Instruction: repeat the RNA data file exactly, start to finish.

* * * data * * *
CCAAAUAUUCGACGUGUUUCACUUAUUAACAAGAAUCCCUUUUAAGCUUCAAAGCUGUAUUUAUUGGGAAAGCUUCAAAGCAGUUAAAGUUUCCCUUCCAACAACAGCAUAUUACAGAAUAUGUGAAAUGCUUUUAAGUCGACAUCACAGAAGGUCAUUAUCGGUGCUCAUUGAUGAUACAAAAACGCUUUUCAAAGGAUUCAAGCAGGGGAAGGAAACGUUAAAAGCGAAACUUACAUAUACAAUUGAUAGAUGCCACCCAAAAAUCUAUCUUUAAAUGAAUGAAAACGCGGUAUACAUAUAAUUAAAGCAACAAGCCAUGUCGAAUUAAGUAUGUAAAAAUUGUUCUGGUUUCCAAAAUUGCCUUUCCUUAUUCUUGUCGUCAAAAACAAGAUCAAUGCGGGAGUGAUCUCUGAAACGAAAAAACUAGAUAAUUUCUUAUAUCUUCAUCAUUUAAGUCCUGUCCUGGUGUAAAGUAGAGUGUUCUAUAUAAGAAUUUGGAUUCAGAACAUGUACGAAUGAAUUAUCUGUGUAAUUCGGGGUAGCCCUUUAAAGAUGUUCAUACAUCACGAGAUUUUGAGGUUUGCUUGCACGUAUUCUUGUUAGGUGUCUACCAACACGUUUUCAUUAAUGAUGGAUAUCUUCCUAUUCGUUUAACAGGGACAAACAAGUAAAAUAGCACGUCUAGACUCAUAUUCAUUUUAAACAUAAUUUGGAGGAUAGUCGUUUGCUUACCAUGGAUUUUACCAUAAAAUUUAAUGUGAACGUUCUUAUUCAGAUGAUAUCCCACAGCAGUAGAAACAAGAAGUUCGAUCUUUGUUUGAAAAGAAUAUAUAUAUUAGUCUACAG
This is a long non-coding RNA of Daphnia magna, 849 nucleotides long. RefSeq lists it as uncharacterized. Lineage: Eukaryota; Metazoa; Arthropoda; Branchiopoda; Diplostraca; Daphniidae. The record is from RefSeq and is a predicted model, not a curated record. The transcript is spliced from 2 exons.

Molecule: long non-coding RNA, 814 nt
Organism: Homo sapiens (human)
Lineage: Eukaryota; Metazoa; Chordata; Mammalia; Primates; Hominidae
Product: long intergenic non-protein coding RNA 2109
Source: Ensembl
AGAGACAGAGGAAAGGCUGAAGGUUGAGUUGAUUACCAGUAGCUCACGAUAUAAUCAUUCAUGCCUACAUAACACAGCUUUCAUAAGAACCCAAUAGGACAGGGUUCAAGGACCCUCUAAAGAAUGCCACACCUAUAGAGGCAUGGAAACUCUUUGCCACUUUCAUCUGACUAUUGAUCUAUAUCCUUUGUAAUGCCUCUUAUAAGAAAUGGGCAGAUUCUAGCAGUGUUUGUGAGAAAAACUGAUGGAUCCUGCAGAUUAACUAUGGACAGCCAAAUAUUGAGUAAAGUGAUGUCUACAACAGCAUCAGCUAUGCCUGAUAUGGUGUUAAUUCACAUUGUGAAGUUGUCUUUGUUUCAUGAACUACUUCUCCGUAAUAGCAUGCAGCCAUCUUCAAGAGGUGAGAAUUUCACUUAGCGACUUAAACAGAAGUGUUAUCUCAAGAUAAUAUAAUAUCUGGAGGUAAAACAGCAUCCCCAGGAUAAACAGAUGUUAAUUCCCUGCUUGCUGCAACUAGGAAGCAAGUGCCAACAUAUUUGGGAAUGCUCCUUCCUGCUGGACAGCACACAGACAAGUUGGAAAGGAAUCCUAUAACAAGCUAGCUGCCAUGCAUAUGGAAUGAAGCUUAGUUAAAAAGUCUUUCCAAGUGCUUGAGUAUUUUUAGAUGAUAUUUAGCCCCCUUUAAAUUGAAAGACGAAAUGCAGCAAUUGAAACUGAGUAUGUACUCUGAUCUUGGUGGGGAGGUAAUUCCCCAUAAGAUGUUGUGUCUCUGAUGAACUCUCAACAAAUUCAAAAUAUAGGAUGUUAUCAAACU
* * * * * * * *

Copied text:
CCAAAUAUUCGACGUGUUUCACUUAUUAACAAGAAUCCCUUUUAAGCUUCAAAGCUGUAUUUAUUGGGAAAGCUUCAAAGCAGUUAAAGUUUCCCUUCCAACAACAGCAUAUUACAGAAUAUGUGAAAUGCUUUUAAGUCGACAUCACAGAAGGUCAUUAUCGGUGCUCAUUGAUGAUACAAAAACGCUUUUCAAAGGAUUCAAGCAGGGGAAGGAAACGUUAAAAGCGAAACUUACAUAUACAAUUGAUAGAUGCCACCCAAAAAUCUAUCUUUAAAUGAAUGAAAACGCGGUAUACAUAUAAUUAAAGCAACAAGCCAUGUCGAAUUAAGUAUGUAAAAAUUGUUCUGGUUUCCAAAAUUGCCUUUCCUUAUUCUUGUCGUCAAAAACAAGAUCAAUGCGGGAGUGAUCUCUGAAACGAAAAAACUAGAUAAUUUCUUAUAUCUUCAUCAUUUAAGUCCUGUCCUGGUGUAAAGUAGAGUGUUCUAUAUAAGAAUUUGGAUUCAGAACAUGUACGAAUGAAUUAUCUGUGUAAUUCGGGGUAGCCCUUUAAAGAUGUUCAUACAUCACGAGAUUUUGAGGUUUGCUUGCACGUAUUCUUGUUAGGUGUCUACCAACACGUUUUCAUUAAUGAUGGAUAUCUUCCUAUUCGUUUAACAGGGACAAACAAGUAAAAUAGCACGUCUAGACUCAUAUUCAUUUUAAACAUAAUUUGGAGGAUAGUCGUUUGCUUACCAUGGAUUUUACCAUAAAAUUUAAUGUGAACGUUCUUAUUCAGAUGAUAUCCCACAGCAGUAGAAACAAGAAGUUCGAUCUUUGUUUGAAAAGAAUAUAUAUAUUAGUCUACAG
This is a long non-coding RNA of Daphnia magna, 849 nucleotides long. RefSeq lists it as uncharacterized. Lineage: Eukaryota; Metazoa; Arthropoda; Branchiopoda; Diplostraca; Daphniidae. The record is from RefSeq and is a predicted model, not a curated record. The transcript is spliced from 2 exons.

Molecule: long non-coding RNA, 814 nt
Organism: Homo sapiens (human)
Lineage: Eukaryota; Metazoa; Chordata; Mammalia; Primates; Hominidae
Product: long intergenic non-protein coding RNA 2109
Source: Ensembl
AGAGACAGAGGAAAGGCUGAAGGUUGAGUUGAUUACCAGUAGCUCACGAUAUAAUCAUUCAUGCCUACAUAACACAGCUUUCAUAAGAACCCAAUAGGACAGGGUUCAAGGACCCUCUAAAGAAUGCCACACCUAUAGAGGCAUGGAAACUCUUUGCCACUUUCAUCUGACUAUUGAUCUAUAUCCUUUGUAAUGCCUCUUAUAAGAAAUGGGCAGAUUCUAGCAGUGUUUGUGAGAAAAACUGAUGGAUCCUGCAGAUUAACUAUGGACAGCCAAAUAUUGAGUAAAGUGAUGUCUACAACAGCAUCAGCUAUGCCUGAUAUGGUGUUAAUUCACAUUGUGAAGUUGUCUUUGUUUCAUGAACUACUUCUCCGUAAUAGCAUGCAGCCAUCUUCAAGAGGUGAGAAUUUCACUUAGCGACUUAAACAGAAGUGUUAUCUCAAGAUAAUAUAAUAUCUGGAGGUAAAACAGCAUCCCCAGGAUAAACAGAUGUUAAUUCCCUGCUUGCUGCAACUAGGAAGCAAGUGCCAACAUAUUUGGGAAUGCUCCUUCCUGCUGGACAGCACACAGACAAGUUGGAAAGGAAUCCUAUAACAAGCUAGCUGCCAUGCAUAUGGAAUGAAGCUUAGUUAAAAAGUCUUUCCAAGUGCUUGAGUAUUUUUAGAUGAUAUUUAGCCCCCUUUAAAUUGAAAGACGAAAUGCAGCAAUUGAAACUGAGUAUGUACUCUGAUCUUGGUGGGGAGGUAAUUCCCCAUAAGAUGUUGUGUCUCUGAUGAACUCUCAACAAAUUCAAAAUAUAGGAUGUUAUCAAACU